This book has been translated by Madarat Research and Publishing
Extending deconstructive theory to historical and political analysis, Timothy Mitchell examines the peculiarity of Western conceptions of order and truth through a re-reading of Europe’s colonial encounter with nineteenth-century Egypt.
In Colonising Egypt, Timothy Mitchell sets out to delineate the development of a colonial order in Egypt that sought to construct “a political subject who must learn that reality is simply that which is capable of representation”. Arguing that this process entailed the imposition of a new order onto a society that existed in a different mindset, the author highlights the ways in which these transformations were engendered, as well as their philosophical background. Relying heavily on the theories of cultural historians such as Michel Foucault, this work can be daunting at times, yet a careful reading can help illuminate the radical physical and intellectual transformations undertaken by Egypt’s colonial forces.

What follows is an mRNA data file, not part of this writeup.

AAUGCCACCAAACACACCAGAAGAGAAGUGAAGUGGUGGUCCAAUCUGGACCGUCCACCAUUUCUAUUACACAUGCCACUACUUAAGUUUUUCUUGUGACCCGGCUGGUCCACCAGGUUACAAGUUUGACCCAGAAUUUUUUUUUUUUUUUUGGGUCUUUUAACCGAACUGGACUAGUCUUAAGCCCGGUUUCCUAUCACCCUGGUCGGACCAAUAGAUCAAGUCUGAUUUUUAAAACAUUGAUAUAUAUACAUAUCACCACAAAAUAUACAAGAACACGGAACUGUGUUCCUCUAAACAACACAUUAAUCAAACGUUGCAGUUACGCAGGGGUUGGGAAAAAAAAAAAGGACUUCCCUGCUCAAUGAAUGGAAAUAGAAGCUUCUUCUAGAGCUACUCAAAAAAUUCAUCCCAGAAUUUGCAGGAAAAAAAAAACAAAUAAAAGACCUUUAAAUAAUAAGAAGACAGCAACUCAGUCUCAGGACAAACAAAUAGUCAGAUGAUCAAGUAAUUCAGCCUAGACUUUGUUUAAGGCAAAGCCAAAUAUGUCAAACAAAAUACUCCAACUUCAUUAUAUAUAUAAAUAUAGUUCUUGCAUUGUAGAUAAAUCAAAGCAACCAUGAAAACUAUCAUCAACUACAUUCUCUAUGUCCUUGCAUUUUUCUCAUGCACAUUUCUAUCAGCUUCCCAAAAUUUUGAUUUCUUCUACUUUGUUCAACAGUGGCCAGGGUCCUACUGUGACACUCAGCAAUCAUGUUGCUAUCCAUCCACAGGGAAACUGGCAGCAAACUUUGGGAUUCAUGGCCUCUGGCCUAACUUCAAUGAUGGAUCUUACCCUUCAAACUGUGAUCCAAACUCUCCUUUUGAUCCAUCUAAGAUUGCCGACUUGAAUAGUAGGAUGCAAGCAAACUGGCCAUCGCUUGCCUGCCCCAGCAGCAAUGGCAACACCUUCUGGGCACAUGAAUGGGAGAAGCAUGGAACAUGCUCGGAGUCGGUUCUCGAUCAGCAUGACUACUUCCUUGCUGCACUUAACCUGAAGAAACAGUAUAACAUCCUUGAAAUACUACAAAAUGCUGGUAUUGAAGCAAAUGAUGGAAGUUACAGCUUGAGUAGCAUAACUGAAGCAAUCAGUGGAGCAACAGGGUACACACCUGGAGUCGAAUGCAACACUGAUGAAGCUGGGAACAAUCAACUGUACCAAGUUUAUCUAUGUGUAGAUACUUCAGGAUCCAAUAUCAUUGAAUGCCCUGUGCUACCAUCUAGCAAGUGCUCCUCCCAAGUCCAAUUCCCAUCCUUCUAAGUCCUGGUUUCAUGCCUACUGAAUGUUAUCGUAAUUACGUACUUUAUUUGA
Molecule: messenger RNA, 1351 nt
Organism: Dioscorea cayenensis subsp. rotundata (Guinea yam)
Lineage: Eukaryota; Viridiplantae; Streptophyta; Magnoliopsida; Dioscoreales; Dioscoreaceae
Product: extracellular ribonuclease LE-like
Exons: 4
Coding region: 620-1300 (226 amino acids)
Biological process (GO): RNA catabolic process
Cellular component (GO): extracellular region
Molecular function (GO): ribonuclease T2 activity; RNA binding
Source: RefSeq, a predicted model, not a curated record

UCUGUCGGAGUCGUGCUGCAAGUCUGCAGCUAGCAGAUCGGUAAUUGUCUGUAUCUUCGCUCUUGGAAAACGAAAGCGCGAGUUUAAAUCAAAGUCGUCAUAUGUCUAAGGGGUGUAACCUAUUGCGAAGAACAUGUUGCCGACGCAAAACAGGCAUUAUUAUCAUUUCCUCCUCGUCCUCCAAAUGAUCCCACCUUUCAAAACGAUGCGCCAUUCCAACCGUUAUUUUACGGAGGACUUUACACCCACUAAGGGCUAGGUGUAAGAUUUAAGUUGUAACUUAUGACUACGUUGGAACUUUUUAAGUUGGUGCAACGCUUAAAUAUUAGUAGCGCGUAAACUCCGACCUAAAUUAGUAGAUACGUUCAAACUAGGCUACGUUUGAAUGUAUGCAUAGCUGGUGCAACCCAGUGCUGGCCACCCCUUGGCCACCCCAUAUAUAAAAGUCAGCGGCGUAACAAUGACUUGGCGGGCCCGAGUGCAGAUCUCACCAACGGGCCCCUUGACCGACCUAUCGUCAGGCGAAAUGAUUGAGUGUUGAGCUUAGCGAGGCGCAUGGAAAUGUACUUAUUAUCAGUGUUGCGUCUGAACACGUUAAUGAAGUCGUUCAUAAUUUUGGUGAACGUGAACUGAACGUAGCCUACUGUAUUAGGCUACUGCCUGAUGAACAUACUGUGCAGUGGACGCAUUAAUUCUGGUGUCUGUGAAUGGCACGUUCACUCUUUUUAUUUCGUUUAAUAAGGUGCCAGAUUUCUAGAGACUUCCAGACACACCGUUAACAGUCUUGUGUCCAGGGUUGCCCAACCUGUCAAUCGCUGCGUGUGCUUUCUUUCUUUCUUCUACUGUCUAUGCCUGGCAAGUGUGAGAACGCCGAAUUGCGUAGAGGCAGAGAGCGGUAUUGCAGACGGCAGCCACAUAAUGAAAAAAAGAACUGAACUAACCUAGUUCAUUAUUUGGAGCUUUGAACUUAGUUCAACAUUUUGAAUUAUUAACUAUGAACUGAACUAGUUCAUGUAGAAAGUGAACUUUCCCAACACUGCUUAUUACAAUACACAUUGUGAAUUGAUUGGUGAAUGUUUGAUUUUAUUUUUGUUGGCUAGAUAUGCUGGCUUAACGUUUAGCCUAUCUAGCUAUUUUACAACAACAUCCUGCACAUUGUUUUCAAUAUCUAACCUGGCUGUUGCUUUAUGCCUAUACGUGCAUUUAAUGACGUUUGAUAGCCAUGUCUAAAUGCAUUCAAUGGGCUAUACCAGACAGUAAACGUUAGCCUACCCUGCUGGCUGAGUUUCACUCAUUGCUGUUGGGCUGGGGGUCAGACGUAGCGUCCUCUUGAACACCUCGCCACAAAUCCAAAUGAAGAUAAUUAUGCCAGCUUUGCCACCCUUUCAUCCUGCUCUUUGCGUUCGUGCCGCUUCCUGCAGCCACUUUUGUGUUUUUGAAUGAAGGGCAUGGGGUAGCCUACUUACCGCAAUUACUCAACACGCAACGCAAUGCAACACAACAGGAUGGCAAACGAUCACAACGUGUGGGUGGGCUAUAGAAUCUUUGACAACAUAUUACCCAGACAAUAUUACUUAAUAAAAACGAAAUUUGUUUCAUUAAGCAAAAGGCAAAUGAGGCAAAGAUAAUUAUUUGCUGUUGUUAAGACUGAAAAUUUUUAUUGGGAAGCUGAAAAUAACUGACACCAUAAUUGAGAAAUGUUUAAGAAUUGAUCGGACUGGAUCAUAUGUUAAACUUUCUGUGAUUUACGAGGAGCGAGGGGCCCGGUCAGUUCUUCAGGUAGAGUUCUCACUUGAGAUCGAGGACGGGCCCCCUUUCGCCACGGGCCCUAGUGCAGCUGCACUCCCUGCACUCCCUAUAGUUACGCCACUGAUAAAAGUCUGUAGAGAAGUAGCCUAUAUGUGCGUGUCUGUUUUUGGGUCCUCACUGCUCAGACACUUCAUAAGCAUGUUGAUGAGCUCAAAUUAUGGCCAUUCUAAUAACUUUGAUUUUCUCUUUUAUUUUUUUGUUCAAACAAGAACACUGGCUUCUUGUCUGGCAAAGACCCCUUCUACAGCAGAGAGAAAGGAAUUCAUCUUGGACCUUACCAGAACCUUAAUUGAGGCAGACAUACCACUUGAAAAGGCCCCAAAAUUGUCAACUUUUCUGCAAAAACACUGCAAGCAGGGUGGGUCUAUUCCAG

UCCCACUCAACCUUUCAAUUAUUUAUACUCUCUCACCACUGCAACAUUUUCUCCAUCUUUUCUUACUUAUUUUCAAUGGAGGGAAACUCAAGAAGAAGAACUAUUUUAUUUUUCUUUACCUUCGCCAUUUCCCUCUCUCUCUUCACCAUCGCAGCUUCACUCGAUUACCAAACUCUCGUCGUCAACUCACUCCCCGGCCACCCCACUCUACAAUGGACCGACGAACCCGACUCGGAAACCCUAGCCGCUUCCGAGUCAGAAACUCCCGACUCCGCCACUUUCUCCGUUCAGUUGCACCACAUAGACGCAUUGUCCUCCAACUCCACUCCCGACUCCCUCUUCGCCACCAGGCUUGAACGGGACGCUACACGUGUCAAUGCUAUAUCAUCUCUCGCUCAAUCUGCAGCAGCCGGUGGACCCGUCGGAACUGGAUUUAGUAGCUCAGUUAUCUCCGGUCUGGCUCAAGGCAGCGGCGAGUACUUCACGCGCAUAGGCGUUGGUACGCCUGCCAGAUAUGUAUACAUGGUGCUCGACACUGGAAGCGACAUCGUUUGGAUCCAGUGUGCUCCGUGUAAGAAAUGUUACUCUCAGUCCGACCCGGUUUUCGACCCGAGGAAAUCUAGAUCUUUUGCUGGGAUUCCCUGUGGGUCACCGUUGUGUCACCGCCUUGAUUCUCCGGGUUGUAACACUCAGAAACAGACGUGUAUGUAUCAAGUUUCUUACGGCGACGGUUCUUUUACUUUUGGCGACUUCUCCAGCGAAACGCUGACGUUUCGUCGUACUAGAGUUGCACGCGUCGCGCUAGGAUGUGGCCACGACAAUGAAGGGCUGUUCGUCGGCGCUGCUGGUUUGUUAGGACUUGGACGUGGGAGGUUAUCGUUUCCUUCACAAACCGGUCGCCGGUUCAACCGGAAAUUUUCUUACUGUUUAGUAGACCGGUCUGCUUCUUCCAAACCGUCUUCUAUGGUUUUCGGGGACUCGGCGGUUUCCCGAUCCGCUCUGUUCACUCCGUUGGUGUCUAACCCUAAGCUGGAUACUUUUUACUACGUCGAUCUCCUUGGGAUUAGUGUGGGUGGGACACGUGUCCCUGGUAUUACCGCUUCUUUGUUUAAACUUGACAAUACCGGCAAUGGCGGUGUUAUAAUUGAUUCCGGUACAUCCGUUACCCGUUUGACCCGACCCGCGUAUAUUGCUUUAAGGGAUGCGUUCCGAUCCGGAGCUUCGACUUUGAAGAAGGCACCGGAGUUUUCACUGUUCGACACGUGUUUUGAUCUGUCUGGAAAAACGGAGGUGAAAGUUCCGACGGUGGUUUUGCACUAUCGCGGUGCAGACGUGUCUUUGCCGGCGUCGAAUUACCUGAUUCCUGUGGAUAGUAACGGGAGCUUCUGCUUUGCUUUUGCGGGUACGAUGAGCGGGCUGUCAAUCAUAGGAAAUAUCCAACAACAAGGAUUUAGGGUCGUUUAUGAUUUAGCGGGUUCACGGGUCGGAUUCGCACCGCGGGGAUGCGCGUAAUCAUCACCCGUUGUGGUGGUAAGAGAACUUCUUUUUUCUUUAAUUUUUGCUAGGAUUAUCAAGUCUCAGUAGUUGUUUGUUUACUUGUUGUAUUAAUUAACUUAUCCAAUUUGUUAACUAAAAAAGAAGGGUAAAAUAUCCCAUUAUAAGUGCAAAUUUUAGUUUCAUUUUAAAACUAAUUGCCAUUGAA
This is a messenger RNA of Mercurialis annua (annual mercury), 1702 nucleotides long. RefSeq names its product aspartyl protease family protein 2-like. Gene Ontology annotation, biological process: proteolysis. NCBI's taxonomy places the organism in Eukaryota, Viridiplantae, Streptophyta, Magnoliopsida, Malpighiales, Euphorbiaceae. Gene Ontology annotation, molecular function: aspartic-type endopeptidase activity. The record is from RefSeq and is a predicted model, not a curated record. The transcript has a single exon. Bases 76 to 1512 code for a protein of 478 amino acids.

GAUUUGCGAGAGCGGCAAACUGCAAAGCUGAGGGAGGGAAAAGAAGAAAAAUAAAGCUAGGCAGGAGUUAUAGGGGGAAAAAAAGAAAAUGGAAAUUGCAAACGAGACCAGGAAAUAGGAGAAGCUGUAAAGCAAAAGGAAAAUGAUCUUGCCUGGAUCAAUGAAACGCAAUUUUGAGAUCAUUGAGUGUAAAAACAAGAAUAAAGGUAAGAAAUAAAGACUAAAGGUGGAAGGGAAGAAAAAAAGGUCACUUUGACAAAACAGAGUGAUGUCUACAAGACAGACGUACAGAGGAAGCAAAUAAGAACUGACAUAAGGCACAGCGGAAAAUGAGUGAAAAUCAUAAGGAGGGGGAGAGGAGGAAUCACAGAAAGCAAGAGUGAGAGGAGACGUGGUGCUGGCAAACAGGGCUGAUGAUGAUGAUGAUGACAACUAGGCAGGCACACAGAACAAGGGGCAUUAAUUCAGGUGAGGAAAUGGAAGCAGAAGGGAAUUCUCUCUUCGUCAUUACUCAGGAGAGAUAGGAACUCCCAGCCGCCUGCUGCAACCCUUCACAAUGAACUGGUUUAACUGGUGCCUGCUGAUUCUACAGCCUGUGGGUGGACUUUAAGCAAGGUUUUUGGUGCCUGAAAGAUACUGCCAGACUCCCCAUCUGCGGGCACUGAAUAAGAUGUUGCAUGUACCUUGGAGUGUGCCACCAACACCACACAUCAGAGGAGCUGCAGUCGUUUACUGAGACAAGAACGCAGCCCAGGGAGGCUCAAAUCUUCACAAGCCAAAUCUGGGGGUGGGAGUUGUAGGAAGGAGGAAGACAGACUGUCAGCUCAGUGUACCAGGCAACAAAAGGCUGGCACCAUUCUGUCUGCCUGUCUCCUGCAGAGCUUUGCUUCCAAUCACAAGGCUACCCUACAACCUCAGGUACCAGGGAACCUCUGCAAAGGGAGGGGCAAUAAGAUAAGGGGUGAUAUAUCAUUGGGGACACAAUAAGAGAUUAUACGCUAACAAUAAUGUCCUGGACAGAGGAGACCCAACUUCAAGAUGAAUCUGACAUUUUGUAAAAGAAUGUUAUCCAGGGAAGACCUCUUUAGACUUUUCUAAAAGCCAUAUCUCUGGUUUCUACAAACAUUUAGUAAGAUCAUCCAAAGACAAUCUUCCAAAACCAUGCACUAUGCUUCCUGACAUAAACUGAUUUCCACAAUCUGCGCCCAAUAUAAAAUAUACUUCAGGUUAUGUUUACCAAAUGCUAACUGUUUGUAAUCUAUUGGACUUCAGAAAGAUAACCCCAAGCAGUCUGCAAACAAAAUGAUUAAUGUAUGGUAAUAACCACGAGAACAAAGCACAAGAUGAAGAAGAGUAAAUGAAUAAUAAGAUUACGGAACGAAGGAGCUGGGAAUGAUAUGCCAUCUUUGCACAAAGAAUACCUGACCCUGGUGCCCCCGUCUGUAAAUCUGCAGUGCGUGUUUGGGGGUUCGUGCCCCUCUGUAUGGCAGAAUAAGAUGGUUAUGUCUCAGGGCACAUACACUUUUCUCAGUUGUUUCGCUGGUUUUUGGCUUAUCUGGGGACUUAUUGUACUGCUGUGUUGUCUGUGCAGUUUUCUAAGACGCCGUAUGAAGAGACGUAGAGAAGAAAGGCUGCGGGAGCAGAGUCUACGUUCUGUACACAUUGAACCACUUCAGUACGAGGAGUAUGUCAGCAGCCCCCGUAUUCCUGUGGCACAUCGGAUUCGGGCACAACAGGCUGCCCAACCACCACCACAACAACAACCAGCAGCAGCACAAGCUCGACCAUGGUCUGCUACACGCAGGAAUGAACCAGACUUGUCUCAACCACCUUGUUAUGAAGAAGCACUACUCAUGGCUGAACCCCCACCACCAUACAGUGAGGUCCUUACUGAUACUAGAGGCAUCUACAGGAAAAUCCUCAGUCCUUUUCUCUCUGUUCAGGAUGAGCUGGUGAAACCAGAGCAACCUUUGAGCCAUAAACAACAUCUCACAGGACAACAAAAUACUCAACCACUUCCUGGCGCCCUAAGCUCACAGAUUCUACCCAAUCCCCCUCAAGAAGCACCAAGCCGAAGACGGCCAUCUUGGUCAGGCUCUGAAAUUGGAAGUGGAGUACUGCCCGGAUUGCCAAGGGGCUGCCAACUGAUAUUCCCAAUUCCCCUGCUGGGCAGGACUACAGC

The first of the book’s six chapters introduces the work through the idea of the exhibition and draws parallels with the theories in Edward Said’s Orientalism. In Said’s work, the “Orient” was first constructed by scholars who used fragments of texts and anecdotal evidence to piece a particular image of a monolithic “inferior East” that stood in opposition to a “superior West”. For Mitchell, by the turn of the 20th century, European cultures were fixated on the notion of representing cultures through literal exhibitions, which was their primary method of conceptualizing the “other”. Cultures had to be packaged in easily digestible and viewable forms that could be observed simply and from which concrete meanings or “truths” could be extracted. In Said’s chronicle, when Europeans arrived to colonize the East, they discovered that its reality was nothing like what the scholars had claimed. Since they were unable to conceive of the “Orient” in any other way, and since the region was not allowed to have its own voice, they therefore declared the contemporary age “corrupt” and set about “restoring” the East. In Mitchell’s account, Europeans were unable or unwilling to accept that Egypt was not a place easily amenable to being understood through an “exhibition model”, and that its realities and culture were more complex and nuanced than anything that could ever be “represented”. They attempted, therefore, to reorder, discipline, and “enframe” society in a way that was comprehensible to them. For the Europeans, the world itself was conceived as an exhibition and reality had to be transformed in a way that could produce representations.